Patty’s Social Season

August 25, 2014

The stretch of the series between Patty’s Social Season and, I guess, Patty-Blossom, tends to run together. Lunches and evening parties alternate with house parties and Phil Van Reypen getting Patty into scrapes and flying visits from Bill Farnsworth. This one starts with Patty’s official debut — she’s an adult now, not that you would know the difference — encompasses Mr. Hepworth’s engagement to Christine Farley and a Christmas house party with the Kenerleys, and winds up with Christine and Mr. Hepworth’s wedding. I think Wells felt she had to dispose of Mr. Hepworth quickly.

When I first read the books in which Mr. Hepworth was paired off with someone who wasn’t, you know, Patty, I was pretty upset. But that was when I was in college, and since then I’ve grown to appreciate the fact that the adult who falls in love with a child doesn’t end up with her, as he would in kind of an upsettingly large number of other books. That said, I still have issues with how Wells gets rid of Gilbert Hepworth. Because it’s like she also came around to the idea that they shouldn’t get married late in the game, only now she wants to pretend that she never meant Patty and Mr. Hepworth to be a thing, and I don’t think that’s true.

I’m not saying Patty’s in love with him, ever, just that we’re coming off a string of books in which he understands her better than anyone else, in which she trusts him more than anyone else, and in which it’s pretty clearly demonstrated that the only reason she doesn’t know he’s in love with her is that she’s chosen not to know. And those things are all fine, and possible to move on from, but it feels a little bit weird when you don’t even acknowledge them. It’s like Wells doesn’t want to admit there was ever a possibility of Patty falling in love with him, and…I don’t know, I just really think she must have.  Anyway, Wells tries to get through this somewhat awkward situation by not having Patty and Mr. Hepworth exchange more than a few words once he’s engaged, and it’s not convincing. Or it’s afraid to try to be convincing, maybe.

The Mr. Hepworth parts of the book are pretty minor, but, well. I spend a lot of time thinking about this.

The other thread that runs through the book is Mona Galbraith’s involvement with an adventurer she doesn’t particularly want to be rescued from. Also Phil proposes for the first time–for the first dozen times, probably, very few of them in situations where Patty is able to walk away from the conversation if she wants to. (He is, as ever, the worst.) Also, Patty, Elise, Mona and Clementine Morse (Clementine Morse!) start a club to entertain working people on Saturday afternoons, and it’s pretty cute.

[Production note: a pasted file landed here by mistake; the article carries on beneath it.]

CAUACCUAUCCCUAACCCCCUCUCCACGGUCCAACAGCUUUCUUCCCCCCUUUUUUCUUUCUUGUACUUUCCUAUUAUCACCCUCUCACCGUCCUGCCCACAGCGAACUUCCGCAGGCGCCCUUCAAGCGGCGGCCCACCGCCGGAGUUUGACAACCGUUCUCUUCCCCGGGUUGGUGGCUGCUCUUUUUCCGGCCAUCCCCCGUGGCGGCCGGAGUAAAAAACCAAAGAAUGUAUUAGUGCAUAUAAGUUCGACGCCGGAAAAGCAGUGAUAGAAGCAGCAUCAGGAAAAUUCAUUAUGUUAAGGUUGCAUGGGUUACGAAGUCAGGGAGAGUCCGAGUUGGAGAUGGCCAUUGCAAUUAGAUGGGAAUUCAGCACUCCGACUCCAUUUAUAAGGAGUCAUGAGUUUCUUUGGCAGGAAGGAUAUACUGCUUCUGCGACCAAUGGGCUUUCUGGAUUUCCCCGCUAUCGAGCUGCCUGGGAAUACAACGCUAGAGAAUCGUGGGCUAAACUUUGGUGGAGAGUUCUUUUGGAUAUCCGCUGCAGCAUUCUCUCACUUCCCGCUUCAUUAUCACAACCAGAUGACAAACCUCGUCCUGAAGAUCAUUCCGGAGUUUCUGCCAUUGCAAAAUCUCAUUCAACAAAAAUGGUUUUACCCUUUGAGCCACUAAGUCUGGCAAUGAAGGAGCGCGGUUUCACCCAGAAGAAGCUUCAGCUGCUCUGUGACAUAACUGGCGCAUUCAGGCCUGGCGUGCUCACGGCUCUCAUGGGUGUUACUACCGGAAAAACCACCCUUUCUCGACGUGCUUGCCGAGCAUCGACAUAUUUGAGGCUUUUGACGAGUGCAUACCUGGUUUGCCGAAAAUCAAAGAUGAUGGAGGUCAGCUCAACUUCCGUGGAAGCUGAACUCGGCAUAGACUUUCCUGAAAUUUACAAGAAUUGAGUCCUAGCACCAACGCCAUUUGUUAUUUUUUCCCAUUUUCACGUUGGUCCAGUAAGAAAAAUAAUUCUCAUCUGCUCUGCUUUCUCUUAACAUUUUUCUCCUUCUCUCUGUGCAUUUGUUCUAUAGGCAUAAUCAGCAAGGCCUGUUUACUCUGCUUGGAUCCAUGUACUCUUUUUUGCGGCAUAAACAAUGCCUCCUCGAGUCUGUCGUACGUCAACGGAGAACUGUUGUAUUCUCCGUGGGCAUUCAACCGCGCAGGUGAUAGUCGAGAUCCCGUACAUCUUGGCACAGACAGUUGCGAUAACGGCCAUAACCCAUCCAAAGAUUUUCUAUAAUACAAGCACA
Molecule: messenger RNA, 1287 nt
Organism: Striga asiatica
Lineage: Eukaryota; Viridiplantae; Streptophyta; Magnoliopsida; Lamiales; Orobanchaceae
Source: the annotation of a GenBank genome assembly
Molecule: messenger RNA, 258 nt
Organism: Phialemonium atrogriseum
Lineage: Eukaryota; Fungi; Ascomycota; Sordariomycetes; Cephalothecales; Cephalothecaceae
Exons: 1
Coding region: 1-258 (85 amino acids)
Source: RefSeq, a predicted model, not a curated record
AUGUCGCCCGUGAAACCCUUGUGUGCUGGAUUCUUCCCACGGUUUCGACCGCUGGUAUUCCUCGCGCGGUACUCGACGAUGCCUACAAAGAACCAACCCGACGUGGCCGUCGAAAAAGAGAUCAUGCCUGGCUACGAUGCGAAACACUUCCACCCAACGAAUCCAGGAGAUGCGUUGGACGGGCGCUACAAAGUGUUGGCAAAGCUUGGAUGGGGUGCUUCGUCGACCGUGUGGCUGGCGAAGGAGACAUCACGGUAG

The entire book is cute, really, aside from Philip. And it’s pretty routine, but that’s a nice thing. Nothing ever really happens in Patty Fairfield books, and I’ve never been sure whether my love of them is because or in spite of that. But I’m very sure that I love them.


  1. (I’m re-reading the Pattys right now, Melody, thanks to these reviews!)

    The Patty books, as many other books from this era, are pretty awful to anyone who isn’t, well, white and one of the Right Kind of People.

    But I felt like the club the girls set up was actually not quite so awful as it could’ve been. The working women they take out are (IIRC) actually generally well-drawn, without condescension.

    • I think Carolyn Wells does okay, considering. There are some gross stereotypes (Emancipation Proclamation Jackson, anyone?) but she also makes a point of having Patty treat people beneath her on the social ladder AS people, so she sort of has to do the same herself. And yeah, the Happy Saturdays club could be a lot worse. I really enjoy Mrs. Greene, and would like to see more of her. The thing with Mona giving her those furs makes me uncomfortable, though. I mean, I guess it’s the same thing as the whole lunch, on a larger scale, but Mona is so rich that she won’t miss those furs at all, and no one’s acknowledging that.

  2. Yeah, Emancipation Proclamation Jackson, and the terrible, awful accent (although the Little Colonel books are still 100% worse). And Pansy Potts– she seemed more like she should’ve been in her own book.

    And good god, the whole Irish thing that pops up over and over again.

    • Yeah, Wells distributes her gross stereotypes pretty evenly, I guess. I’ve also been finding the servants increasingly irritating–they’re a bit too pleased to be servants: “Lisette, of course, was a great admirer of pretty Patty, and was only too glad to be of assistance to her linguistically or any other way.”

      • A couple of months ago, I read a few books about servants during (roughly) this era– Lethbridge’s “Servants”, Light’s “Mrs Woolf and the Servants”, and Margaret Powell’s “Below Stairs”.

        Some really really fascinating stories… and all very unsettling / upsetting commentaries on class.

        • I’ll have to keep an eye out for those–it would be nice to have that background when reading excessively optimistic portrayals of relationships with servants.

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